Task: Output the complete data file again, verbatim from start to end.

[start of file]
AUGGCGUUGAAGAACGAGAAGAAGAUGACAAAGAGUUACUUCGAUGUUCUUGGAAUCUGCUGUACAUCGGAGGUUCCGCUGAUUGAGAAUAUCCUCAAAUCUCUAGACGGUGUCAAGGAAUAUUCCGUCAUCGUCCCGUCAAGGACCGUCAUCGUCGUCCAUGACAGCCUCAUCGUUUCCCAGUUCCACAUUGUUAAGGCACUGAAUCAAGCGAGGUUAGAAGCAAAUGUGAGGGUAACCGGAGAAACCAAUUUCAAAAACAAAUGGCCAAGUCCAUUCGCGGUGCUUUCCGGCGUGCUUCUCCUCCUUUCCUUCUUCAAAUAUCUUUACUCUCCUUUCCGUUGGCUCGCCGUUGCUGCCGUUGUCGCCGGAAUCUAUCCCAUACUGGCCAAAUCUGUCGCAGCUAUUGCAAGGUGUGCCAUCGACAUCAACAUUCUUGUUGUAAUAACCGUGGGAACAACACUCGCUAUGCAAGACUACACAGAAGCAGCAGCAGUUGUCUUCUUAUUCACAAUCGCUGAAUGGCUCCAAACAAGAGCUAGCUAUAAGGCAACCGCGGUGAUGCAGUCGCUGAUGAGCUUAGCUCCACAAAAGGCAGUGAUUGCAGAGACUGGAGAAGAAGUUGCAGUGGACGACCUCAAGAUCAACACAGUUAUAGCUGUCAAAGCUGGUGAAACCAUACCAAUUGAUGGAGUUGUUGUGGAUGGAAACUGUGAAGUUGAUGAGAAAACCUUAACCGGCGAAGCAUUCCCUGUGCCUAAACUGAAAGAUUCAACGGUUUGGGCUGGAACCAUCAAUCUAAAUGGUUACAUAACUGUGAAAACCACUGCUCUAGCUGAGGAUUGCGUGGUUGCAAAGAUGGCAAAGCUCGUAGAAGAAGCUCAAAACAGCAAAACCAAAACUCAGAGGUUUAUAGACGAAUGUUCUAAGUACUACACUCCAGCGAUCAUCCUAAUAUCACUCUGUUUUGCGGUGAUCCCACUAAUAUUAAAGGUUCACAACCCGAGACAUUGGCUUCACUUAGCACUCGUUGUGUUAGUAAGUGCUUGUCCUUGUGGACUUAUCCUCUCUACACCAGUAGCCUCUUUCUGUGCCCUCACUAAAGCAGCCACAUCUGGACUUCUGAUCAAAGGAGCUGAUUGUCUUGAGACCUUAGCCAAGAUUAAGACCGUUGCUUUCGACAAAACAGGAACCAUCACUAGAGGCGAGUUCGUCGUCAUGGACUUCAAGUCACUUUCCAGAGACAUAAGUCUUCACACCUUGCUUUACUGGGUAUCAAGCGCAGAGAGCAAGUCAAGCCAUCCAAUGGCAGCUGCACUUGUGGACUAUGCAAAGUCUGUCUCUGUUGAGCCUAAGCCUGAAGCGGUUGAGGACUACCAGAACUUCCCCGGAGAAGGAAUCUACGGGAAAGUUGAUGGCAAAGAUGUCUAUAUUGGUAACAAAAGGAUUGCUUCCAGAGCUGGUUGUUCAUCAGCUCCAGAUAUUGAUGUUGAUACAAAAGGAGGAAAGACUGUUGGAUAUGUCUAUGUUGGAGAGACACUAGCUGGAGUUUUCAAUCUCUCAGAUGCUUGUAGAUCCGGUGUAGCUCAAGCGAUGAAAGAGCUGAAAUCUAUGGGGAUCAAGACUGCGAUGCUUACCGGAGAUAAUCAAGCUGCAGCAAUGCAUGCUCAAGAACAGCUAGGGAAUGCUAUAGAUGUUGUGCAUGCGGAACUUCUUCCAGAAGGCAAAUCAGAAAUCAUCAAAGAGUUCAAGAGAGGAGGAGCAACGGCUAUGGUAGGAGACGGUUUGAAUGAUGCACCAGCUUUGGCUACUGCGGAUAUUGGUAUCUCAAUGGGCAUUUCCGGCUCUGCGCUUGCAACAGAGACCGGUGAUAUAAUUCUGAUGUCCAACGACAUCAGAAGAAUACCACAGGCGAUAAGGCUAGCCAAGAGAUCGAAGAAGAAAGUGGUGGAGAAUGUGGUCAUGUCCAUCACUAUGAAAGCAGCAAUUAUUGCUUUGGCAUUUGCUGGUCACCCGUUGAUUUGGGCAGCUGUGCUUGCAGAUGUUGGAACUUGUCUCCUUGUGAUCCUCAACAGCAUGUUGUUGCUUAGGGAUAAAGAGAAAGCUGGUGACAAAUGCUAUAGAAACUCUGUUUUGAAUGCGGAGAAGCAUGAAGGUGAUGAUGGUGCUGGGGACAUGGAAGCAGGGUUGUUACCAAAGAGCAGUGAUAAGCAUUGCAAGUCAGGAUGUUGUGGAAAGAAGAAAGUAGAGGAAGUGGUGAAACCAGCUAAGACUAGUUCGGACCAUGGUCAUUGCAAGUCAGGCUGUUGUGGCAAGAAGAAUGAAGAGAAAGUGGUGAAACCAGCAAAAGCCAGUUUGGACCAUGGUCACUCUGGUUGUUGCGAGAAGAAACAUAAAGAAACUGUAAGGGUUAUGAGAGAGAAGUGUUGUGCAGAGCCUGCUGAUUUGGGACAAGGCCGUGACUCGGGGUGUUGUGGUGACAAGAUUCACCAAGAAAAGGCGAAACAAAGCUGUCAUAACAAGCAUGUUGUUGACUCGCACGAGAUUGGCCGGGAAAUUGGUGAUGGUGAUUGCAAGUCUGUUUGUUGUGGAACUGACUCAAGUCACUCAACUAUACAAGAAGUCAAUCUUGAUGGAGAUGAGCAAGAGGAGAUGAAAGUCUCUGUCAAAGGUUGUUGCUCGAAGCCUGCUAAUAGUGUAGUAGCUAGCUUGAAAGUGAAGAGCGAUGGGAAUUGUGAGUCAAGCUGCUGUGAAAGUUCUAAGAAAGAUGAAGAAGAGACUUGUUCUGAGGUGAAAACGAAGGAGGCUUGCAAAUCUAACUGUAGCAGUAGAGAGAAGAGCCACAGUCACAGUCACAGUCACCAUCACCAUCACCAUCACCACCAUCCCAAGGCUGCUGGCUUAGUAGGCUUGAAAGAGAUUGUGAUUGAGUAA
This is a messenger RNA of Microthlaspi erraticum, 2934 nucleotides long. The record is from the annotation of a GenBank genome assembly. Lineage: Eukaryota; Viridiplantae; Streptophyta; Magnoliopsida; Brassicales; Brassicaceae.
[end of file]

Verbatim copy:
AUGGCGUUGAAGAACGAGAAGAAGAUGACAAAGAGUUACUUCGAUGUUCUUGGAAUCUGCUGUACAUCGGAGGUUCCGCUGAUUGAGAAUAUCCUCAAAUCUCUAGACGGUGUCAAGGAAUAUUCCGUCAUCGUCCCGUCAAGGACCGUCAUCGUCGUCCAUGACAGCCUCAUCGUUUCCCAGUUCCACAUUGUUAAGGCACUGAAUCAAGCGAGGUUAGAAGCAAAUGUGAGGGUAACCGGAGAAACCAAUUUCAAAAACAAAUGGCCAAGUCCAUUCGCGGUGCUUUCCGGCGUGCUUCUCCUCCUUUCCUUCUUCAAAUAUCUUUACUCUCCUUUCCGUUGGCUCGCCGUUGCUGCCGUUGUCGCCGGAAUCUAUCCCAUACUGGCCAAAUCUGUCGCAGCUAUUGCAAGGUGUGCCAUCGACAUCAACAUUCUUGUUGUAAUAACCGUGGGAACAACACUCGCUAUGCAAGACUACACAGAAGCAGCAGCAGUUGUCUUCUUAUUCACAAUCGCUGAAUGGCUCCAAACAAGAGCUAGCUAUAAGGCAACCGCGGUGAUGCAGUCGCUGAUGAGCUUAGCUCCACAAAAGGCAGUGAUUGCAGAGACUGGAGAAGAAGUUGCAGUGGACGACCUCAAGAUCAACACAGUUAUAGCUGUCAAAGCUGGUGAAACCAUACCAAUUGAUGGAGUUGUUGUGGAUGGAAACUGUGAAGUUGAUGAGAAAACCUUAACCGGCGAAGCAUUCCCUGUGCCUAAACUGAAAGAUUCAACGGUUUGGGCUGGAACCAUCAAUCUAAAUGGUUACAUAACUGUGAAAACCACUGCUCUAGCUGAGGAUUGCGUGGUUGCAAAGAUGGCAAAGCUCGUAGAAGAAGCUCAAAACAGCAAAACCAAAACUCAGAGGUUUAUAGACGAAUGUUCUAAGUACUACACUCCAGCGAUCAUCCUAAUAUCACUCUGUUUUGCGGUGAUCCCACUAAUAUUAAAGGUUCACAACCCGAGACAUUGGCUUCACUUAGCACUCGUUGUGUUAGUAAGUGCUUGUCCUUGUGGACUUAUCCUCUCUACACCAGUAGCCUCUUUCUGUGCCCUCACUAAAGCAGCCACAUCUGGACUUCUGAUCAAAGGAGCUGAUUGUCUUGAGACCUUAGCCAAGAUUAAGACCGUUGCUUUCGACAAAACAGGAACCAUCACUAGAGGCGAGUUCGUCGUCAUGGACUUCAAGUCACUUUCCAGAGACAUAAGUCUUCACACCUUGCUUUACUGGGUAUCAAGCGCAGAGAGCAAGUCAAGCCAUCCAAUGGCAGCUGCACUUGUGGACUAUGCAAAGUCUGUCUCUGUUGAGCCUAAGCCUGAAGCGGUUGAGGACUACCAGAACUUCCCCGGAGAAGGAAUCUACGGGAAAGUUGAUGGCAAAGAUGUCUAUAUUGGUAACAAAAGGAUUGCUUCCAGAGCUGGUUGUUCAUCAGCUCCAGAUAUUGAUGUUGAUACAAAAGGAGGAAAGACUGUUGGAUAUGUCUAUGUUGGAGAGACACUAGCUGGAGUUUUCAAUCUCUCAGAUGCUUGUAGAUCCGGUGUAGCUCAAGCGAUGAAAGAGCUGAAAUCUAUGGGGAUCAAGACUGCGAUGCUUACCGGAGAUAAUCAAGCUGCAGCAAUGCAUGCUCAAGAACAGCUAGGGAAUGCUAUAGAUGUUGUGCAUGCGGAACUUCUUCCAGAAGGCAAAUCAGAAAUCAUCAAAGAGUUCAAGAGAGGAGGAGCAACGGCUAUGGUAGGAGACGGUUUGAAUGAUGCACCAGCUUUGGCUACUGCGGAUAUUGGUAUCUCAAUGGGCAUUUCCGGCUCUGCGCUUGCAACAGAGACCGGUGAUAUAAUUCUGAUGUCCAACGACAUCAGAAGAAUACCACAGGCGAUAAGGCUAGCCAAGAGAUCGAAGAAGAAAGUGGUGGAGAAUGUGGUCAUGUCCAUCACUAUGAAAGCAGCAAUUAUUGCUUUGGCAUUUGCUGGUCACCCGUUGAUUUGGGCAGCUGUGCUUGCAGAUGUUGGAACUUGUCUCCUUGUGAUCCUCAACAGCAUGUUGUUGCUUAGGGAUAAAGAGAAAGCUGGUGACAAAUGCUAUAGAAACUCUGUUUUGAAUGCGGAGAAGCAUGAAGGUGAUGAUGGUGCUGGGGACAUGGAAGCAGGGUUGUUACCAAAGAGCAGUGAUAAGCAUUGCAAGUCAGGAUGUUGUGGAAAGAAGAAAGUAGAGGAAGUGGUGAAACCAGCUAAGACUAGUUCGGACCAUGGUCAUUGCAAGUCAGGCUGUUGUGGCAAGAAGAAUGAAGAGAAAGUGGUGAAACCAGCAAAAGCCAGUUUGGACCAUGGUCACUCUGGUUGUUGCGAGAAGAAACAUAAAGAAACUGUAAGGGUUAUGAGAGAGAAGUGUUGUGCAGAGCCUGCUGAUUUGGGACAAGGCCGUGACUCGGGGUGUUGUGGUGACAAGAUUCACCAAGAAAAGGCGAAACAAAGCUGUCAUAACAAGCAUGUUGUUGACUCGCACGAGAUUGGCCGGGAAAUUGGUGAUGGUGAUUGCAAGUCUGUUUGUUGUGGAACUGACUCAAGUCACUCAACUAUACAAGAAGUCAAUCUUGAUGGAGAUGAGCAAGAGGAGAUGAAAGUCUCUGUCAAAGGUUGUUGCUCGAAGCCUGCUAAUAGUGUAGUAGCUAGCUUGAAAGUGAAGAGCGAUGGGAAUUGUGAGUCAAGCUGCUGUGAAAGUUCUAAGAAAGAUGAAGAAGAGACUUGUUCUGAGGUGAAAACGAAGGAGGCUUGCAAAUCUAACUGUAGCAGUAGAGAGAAGAGCCACAGUCACAGUCACAGUCACCAUCACCAUCACCAUCACCACCAUCCCAAGGCUGCUGGCUUAGUAGGCUUGAAAGAGAUUGUGAUUGAGUAA
This is a messenger RNA of Microthlaspi erraticum, 2934 nucleotides long. The record is from the annotation of a GenBank genome assembly. Lineage: Eukaryota; Viridiplantae; Streptophyta; Magnoliopsida; Brassicales; Brassicaceae.